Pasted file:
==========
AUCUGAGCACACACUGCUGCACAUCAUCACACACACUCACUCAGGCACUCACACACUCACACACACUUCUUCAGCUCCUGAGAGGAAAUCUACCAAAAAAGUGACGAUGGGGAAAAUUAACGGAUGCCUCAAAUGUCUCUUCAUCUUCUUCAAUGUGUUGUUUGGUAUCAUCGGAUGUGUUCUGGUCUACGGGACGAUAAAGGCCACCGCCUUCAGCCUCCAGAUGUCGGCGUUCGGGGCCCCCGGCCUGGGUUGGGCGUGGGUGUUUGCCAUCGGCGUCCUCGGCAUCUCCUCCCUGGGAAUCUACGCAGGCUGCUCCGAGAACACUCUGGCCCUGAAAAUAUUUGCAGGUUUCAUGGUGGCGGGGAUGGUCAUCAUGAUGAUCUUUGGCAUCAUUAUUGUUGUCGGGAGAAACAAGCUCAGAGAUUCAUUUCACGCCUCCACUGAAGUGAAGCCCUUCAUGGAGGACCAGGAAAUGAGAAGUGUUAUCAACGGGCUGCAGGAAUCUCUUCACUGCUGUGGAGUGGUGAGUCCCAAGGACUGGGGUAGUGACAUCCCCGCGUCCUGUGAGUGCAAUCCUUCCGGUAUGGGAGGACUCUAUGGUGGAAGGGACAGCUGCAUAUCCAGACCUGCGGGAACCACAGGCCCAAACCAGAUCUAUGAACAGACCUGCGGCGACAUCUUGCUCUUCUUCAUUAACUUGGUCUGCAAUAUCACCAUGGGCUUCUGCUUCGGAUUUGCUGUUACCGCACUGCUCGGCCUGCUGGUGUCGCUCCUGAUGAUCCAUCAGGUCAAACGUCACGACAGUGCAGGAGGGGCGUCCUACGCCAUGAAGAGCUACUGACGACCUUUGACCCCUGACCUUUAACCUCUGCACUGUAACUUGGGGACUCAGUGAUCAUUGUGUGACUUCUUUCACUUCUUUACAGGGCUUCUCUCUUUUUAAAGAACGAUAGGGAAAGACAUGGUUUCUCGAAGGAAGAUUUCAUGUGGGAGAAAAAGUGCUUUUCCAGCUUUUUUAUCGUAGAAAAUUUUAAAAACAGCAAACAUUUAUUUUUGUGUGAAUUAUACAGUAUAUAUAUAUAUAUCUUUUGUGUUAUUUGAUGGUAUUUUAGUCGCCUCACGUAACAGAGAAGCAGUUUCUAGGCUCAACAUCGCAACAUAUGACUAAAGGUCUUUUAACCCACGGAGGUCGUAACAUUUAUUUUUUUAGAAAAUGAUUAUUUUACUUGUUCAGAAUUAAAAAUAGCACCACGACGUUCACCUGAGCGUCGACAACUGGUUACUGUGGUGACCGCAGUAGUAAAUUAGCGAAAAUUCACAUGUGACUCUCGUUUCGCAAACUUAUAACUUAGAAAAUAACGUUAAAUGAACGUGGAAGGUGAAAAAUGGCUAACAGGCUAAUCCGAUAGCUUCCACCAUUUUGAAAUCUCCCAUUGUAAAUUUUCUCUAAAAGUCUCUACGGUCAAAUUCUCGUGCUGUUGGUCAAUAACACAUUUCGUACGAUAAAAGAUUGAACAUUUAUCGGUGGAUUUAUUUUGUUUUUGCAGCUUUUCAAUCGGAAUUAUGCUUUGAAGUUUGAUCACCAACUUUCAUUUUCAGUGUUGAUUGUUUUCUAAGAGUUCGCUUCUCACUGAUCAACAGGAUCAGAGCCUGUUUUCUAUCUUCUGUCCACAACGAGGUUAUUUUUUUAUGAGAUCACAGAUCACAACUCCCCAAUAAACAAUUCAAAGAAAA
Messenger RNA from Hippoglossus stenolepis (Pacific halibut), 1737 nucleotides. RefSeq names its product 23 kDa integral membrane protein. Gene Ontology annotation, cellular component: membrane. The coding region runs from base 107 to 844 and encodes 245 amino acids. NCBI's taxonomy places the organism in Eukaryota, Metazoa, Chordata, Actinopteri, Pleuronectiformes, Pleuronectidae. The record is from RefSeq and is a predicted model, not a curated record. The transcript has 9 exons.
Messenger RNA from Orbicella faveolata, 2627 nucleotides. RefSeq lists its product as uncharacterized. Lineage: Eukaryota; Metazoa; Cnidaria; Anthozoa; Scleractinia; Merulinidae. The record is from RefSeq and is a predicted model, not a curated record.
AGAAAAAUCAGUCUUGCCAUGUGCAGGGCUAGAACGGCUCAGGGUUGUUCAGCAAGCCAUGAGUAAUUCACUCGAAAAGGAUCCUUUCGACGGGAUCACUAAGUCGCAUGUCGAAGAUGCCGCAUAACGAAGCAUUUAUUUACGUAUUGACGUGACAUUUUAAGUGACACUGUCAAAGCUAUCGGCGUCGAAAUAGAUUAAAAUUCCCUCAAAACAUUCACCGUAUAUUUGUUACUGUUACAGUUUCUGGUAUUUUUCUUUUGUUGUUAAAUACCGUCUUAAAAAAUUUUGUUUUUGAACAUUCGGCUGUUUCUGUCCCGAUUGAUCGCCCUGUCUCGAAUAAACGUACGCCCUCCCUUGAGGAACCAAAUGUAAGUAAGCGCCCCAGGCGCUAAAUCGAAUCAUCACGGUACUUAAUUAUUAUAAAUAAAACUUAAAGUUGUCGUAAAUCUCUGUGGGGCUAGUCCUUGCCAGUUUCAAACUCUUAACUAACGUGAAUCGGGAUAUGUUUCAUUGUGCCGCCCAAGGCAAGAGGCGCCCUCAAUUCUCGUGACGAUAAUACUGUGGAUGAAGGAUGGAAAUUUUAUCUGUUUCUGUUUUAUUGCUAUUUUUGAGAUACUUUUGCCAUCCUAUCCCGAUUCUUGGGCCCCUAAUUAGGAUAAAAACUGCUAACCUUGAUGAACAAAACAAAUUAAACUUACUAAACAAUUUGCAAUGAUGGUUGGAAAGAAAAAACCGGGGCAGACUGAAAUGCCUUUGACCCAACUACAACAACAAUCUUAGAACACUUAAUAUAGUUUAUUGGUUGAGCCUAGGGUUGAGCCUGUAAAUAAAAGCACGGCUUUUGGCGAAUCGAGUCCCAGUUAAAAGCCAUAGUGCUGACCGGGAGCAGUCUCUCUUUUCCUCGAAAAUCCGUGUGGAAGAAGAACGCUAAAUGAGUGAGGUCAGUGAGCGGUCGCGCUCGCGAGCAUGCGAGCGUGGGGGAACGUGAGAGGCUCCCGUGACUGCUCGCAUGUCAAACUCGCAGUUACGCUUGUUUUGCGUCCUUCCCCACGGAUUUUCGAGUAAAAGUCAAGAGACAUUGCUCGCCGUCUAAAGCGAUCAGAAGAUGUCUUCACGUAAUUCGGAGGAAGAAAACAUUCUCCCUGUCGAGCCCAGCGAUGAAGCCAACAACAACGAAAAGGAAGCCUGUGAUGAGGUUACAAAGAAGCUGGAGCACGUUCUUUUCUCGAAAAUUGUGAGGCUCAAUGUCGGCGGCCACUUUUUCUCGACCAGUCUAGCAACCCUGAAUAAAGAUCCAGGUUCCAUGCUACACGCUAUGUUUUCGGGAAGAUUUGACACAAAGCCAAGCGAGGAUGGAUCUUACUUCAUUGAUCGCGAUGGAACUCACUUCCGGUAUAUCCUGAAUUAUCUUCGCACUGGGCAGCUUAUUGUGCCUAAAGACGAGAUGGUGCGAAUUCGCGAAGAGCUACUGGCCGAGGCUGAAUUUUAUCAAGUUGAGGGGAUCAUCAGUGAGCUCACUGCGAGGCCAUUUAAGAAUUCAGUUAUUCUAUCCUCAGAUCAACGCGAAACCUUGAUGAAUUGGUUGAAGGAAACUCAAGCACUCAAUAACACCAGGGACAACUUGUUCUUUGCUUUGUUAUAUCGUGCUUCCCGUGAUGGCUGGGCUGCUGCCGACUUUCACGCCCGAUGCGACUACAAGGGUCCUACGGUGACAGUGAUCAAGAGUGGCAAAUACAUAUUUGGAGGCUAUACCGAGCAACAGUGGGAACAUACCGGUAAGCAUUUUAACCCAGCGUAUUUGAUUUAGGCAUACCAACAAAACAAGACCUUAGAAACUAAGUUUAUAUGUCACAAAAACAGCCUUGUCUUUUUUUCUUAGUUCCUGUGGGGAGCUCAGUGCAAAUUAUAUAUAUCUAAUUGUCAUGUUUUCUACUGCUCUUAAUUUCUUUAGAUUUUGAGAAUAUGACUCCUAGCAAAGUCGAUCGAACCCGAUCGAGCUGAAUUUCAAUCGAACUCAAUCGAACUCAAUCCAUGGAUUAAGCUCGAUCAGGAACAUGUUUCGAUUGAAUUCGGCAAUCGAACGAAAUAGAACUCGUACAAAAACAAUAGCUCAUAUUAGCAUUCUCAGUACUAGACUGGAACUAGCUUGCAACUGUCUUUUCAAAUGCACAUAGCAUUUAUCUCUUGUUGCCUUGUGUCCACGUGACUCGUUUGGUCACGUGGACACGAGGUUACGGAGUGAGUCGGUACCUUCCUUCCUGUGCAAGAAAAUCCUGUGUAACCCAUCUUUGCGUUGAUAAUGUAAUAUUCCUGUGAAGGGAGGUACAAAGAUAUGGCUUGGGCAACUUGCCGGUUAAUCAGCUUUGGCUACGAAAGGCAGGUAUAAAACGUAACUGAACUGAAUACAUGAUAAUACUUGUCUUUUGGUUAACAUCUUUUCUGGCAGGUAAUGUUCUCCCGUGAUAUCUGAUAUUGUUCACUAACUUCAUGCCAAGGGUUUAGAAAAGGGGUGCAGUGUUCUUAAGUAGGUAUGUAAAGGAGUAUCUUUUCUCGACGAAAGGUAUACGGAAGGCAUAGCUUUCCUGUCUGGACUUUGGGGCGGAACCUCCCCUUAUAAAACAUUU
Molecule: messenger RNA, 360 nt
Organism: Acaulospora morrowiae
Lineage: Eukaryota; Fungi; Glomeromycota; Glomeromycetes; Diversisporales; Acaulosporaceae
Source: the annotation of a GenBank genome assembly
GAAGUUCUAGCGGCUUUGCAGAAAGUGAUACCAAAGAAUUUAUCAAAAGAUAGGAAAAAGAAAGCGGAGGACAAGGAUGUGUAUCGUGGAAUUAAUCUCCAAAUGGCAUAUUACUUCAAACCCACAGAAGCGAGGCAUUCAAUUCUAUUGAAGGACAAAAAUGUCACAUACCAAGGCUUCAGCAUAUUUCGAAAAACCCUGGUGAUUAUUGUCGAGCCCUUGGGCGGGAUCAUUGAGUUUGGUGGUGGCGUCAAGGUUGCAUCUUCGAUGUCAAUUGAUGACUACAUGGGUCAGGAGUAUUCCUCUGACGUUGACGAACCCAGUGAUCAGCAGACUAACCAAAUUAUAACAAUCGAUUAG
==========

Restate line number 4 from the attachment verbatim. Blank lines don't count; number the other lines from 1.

AGAAAAAUCAGUCUUGCCAUGUGCAGGGCUAGAACGGCUCAGGGUUGUUCAGCAAGCCAUGAGUAAUUCACUCGAAAAGGAUCCUUUCGACGGGAUCACUAAGUCGCAUGUCGAAGAUGCCGCAUAACGAAGCAUUUAUUUACGUAUUGACGUGACAUUUUAAGUGACACUGUCAAAGCUAUCGGCGUCGAAAUAGAUUAAAAUUCCCUCAAAACAUUCACCGUAUAUUUGUUACUGUUACAGUUUCUGGUAUUUUUCUUUUGUUGUUAAAUACCGUCUUAAAAAAUUUUGUUUUUGAACAUUCGGCUGUUUCUGUCCCGAUUGAUCGCCCUGUCUCGAAUAAACGUACGCCCUCCCUUGAGGAACCAAAUGUAAGUAAGCGCCCCAGGCGCUAAAUCGAAUCAUCACGGUACUUAAUUAUUAUAAAUAAAACUUAAAGUUGUCGUAAAUCUCUGUGGGGCUAGUCCUUGCCAGUUUCAAACUCUUAACUAACGUGAAUCGGGAUAUGUUUCAUUGUGCCGCCCAAGGCAAGAGGCGCCCUCAAUUCUCGUGACGAUAAUACUGUGGAUGAAGGAUGGAAAUUUUAUCUGUUUCUGUUUUAUUGCUAUUUUUGAGAUACUUUUGCCAUCCUAUCCCGAUUCUUGGGCCCCUAAUUAGGAUAAAAACUGCUAACCUUGAUGAACAAAACAAAUUAAACUUACUAAACAAUUUGCAAUGAUGGUUGGAAAGAAAAAACCGGGGCAGACUGAAAUGCCUUUGACCCAACUACAACAACAAUCUUAGAACACUUAAUAUAGUUUAUUGGUUGAGCCUAGGGUUGAGCCUGUAAAUAAAAGCACGGCUUUUGGCGAAUCGAGUCCCAGUUAAAAGCCAUAGUGCUGACCGGGAGCAGUCUCUCUUUUCCUCGAAAAUCCGUGUGGAAGAAGAACGCUAAAUGAGUGAGGUCAGUGAGCGGUCGCGCUCGCGAGCAUGCGAGCGUGGGGGAACGUGAGAGGCUCCCGUGACUGCUCGCAUGUCAAACUCGCAGUUACGCUUGUUUUGCGUCCUUCCCCACGGAUUUUCGAGUAAAAGUCAAGAGACAUUGCUCGCCGUCUAAAGCGAUCAGAAGAUGUCUUCACGUAAUUCGGAGGAAGAAAACAUUCUCCCUGUCGAGCCCAGCGAUGAAGCCAACAACAACGAAAAGGAAGCCUGUGAUGAGGUUACAAAGAAGCUGGAGCACGUUCUUUUCUCGAAAAUUGUGAGGCUCAAUGUCGGCGGCCACUUUUUCUCGACCAGUCUAGCAACCCUGAAUAAAGAUCCAGGUUCCAUGCUACACGCUAUGUUUUCGGGAAGAUUUGACACAAAGCCAAGCGAGGAUGGAUCUUACUUCAUUGAUCGCGAUGGAACUCACUUCCGGUAUAUCCUGAAUUAUCUUCGCACUGGGCAGCUUAUUGUGCCUAAAGACGAGAUGGUGCGAAUUCGCGAAGAGCUACUGGCCGAGGCUGAAUUUUAUCAAGUUGAGGGGAUCAUCAGUGAGCUCACUGCGAGGCCAUUUAAGAAUUCAGUUAUUCUAUCCUCAGAUCAACGCGAAACCUUGAUGAAUUGGUUGAAGGAAACUCAAGCACUCAAUAACACCAGGGACAACUUGUUCUUUGCUUUGUUAUAUCGUGCUUCCCGUGAUGGCUGGGCUGCUGCCGACUUUCACGCCCGAUGCGACUACAAGGGUCCUACGGUGACAGUGAUCAAGAGUGGCAAAUACAUAUUUGGAGGCUAUACCGAGCAACAGUGGGAACAUACCGGUAAGCAUUUUAACCCAGCGUAUUUGAUUUAGGCAUACCAACAAAACAAGACCUUAGAAACUAAGUUUAUAUGUCACAAAAACAGCCUUGUCUUUUUUUCUUAGUUCCUGUGGGGAGCUCAGUGCAAAUUAUAUAUAUCUAAUUGUCAUGUUUUCUACUGCUCUUAAUUUCUUUAGAUUUUGAGAAUAUGACUCCUAGCAAAGUCGAUCGAACCCGAUCGAGCUGAAUUUCAAUCGAACUCAAUCGAACUCAAUCCAUGGAUUAAGCUCGAUCAGGAACAUGUUUCGAUUGAAUUCGGCAAUCGAACGAAAUAGAACUCGUACAAAAACAAUAGCUCAUAUUAGCAUUCUCAGUACUAGACUGGAACUAGCUUGCAACUGUCUUUUCAAAUGCACAUAGCAUUUAUCUCUUGUUGCCUUGUGUCCACGUGACUCGUUUGGUCACGUGGACACGAGGUUACGGAGUGAGUCGGUACCUUCCUUCCUGUGCAAGAAAAUCCUGUGUAACCCAUCUUUGCGUUGAUAAUGUAAUAUUCCUGUGAAGGGAGGUACAAAGAUAUGGCUUGGGCAACUUGCCGGUUAAUCAGCUUUGGCUACGAAAGGCAGGUAUAAAACGUAACUGAACUGAAUACAUGAUAAUACUUGUCUUUUGGUUAACAUCUUUUCUGGCAGGUAAUGUUCUCCCGUGAUAUCUGAUAUUGUUCACUAACUUCAUGCCAAGGGUUUAGAAAAGGGGUGCAGUGUUCUUAAGUAGGUAUGUAAAGGAGUAUCUUUUCUCGACGAAAGGUAUACGGAAGGCAUAGCUUUCCUGUCUGGACUUUGGGGCGGAACCUCCCCUUAUAAAACAUUU